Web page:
NASA opposes AST’s new super constellation program, saying there is a “catastrophic collision” risk

NASA has made a formal comment on a U.S. company’s request to build a super-large satellite cluster at an altitude of more than 720 kilometers above the Earth’s surface: the agency opposes the plan for fear of a collision. This appears to be the first time NASA has publicly commented on such a market access application, which is awaiting approval by the Federal Communications Commission.

“NASA submitted this letter during its public comments to better understand NASA’s concerns about its assets in orbit to further reduce the risk of collisions and benefit all stakeholders,” wrote Samantha Fonder, an engineer at the space agency.

At issue is plans by AST and Science to build a constellation of more than 240 large satellites, essentially deploying “base stations” in space to provide 4G and possibly 5G broadband connections directly to mobile phones on Earth. The Midland, Texas-based company calls its constellation “SpaceMobile” and has raised about $120 million.

Most notably, the proposed height of the SpaceMobile constellation is located near “A-Train”. A-Train is a group of 10 Earth science monitoring satellites operated by NASA and the U.S. Geological Survey, as well as partners in France and Japan. “The historical experience of the A-Train constellation shows that this particular space region often produces a large number of points of binding between space objects,” NASA said in the letter.

Satellites are also very large in size. In order to provide services, AST plans to build a spacecraft with a large phased array antenna – 900 square meters. According to NASA, when planning a potential meeting with other satellites and debris in this orbit, this would require a “hard body radius” of 30 meters, or 10 times larger than other satellites.

NASA says it will be extremely labory to maneuver around the proposed SpaceMobile constellation. “For a complete constellation of 243 satellites, 1,500 mitigation operations, perhaps 15,000 planning activities, can be expected each year,” the space agency said. “This would amount to four exercises and 40 active planning activities on any given day.”

Finally, the space agency is concerned because AST has never built a satellite that is close to a ton or larger in size and will fill its constellations. In view of this inexperionsiveness, it is expected that 10 per cent or more of the satellites may fail, making it impossible for them to operate to avoid collisions. NASA considers the risk of a catastrophic collision to be “unacceptablely high.”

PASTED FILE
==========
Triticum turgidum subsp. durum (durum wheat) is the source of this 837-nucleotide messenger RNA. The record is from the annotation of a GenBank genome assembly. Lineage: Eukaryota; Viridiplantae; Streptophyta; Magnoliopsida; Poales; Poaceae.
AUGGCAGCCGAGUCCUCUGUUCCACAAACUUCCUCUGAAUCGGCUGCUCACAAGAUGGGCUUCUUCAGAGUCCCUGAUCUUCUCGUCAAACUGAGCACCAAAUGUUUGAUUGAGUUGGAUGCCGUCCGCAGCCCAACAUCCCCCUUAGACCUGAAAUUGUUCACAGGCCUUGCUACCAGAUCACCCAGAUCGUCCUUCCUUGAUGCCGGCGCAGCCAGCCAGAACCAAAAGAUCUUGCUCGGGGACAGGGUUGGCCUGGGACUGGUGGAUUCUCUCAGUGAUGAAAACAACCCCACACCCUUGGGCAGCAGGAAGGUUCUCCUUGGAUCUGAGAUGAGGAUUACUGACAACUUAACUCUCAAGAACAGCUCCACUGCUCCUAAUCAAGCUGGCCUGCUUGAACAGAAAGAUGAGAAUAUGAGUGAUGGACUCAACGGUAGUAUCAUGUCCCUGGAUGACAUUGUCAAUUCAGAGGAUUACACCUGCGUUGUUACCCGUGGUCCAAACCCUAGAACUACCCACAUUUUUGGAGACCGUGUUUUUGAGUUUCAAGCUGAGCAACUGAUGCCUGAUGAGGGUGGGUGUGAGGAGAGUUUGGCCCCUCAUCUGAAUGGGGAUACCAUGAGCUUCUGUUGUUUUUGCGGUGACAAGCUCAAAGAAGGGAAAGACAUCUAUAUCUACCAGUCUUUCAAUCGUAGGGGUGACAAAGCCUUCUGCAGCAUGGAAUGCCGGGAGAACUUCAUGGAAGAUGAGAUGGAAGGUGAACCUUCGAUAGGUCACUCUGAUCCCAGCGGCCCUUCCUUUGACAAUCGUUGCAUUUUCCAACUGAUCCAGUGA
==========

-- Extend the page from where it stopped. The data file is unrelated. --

NASA submitted its comments on October 30, which ended Monday. Most of the other comments on the AST application are supportive.

In response to questions about NASA’s comments, AST said it would work with NASA to improve its concerns. “We have reviewed NASA’s letters and believe we can work with them to address their concerns, including clarifying the design of AST’s constellations, effectively managing orbital debris, and keeping NASA and other orbital assets safe,” said Raymond Sedwick, chief scientist at AST Space Systems.

So why does the FCC have to deal with this problem? Responsibility for U.S. space activities is spread across several federal agencies, but the FCC manages the spectrum. In this case, AST has obtained permission to use the V-band spectrum from Papua New Guinea. However, to enter the U.S. market and sell its services, AST must still obtain permission from the FCC.

When it comes to super-large constellations — including SpaceX’s Starlink and OneWeb — the FCC has been considering debris when hundreds or even thousands of new satellites are put into low-Earth orbit. In general, the FCC has been very forgiving in issuing spectrum licenses to satellite operators. “I don’t know of any examples of the FCC refusing to issue such permits,” said Brian Weeden, a satellite expert at the Safe World Foundation. “They’re trying to be business-friendly and encourage companies to do business in the U.S.”

However, the FCC has been using its spectrum powers to consider rules requiring satellite operators to compensate the government for potential accidents to mitigate debris. The comment period for the proposed rules was first published in April and ended last month. It’s unclear what the final rules will look like, but satellite operators have characterted some of the ideas as too cumbersome. Finally, it’s unclear how the FCC will handle NASA’s concerns.

In the big picture, Weeden said, the storm between NASA and AST is more evidence that the U.S. government — and other space nations around the world — needs to do a better job of keeping low-Earth orbit as debris-free as possible. There is currently no government agency dedicated to ensuring the safety of low-Earth orbit, and existing models have failed to fully capture threats from old and new satellites, second stages of used rockets and known debris. So, in a sense, he argues, regulators are blindly moving as all the super-large constellations fly into space today.

“We should have done a lot of this over the last 10 years, ” he said. “From the point of view of government policy surveillance, we are already behind the power curve.”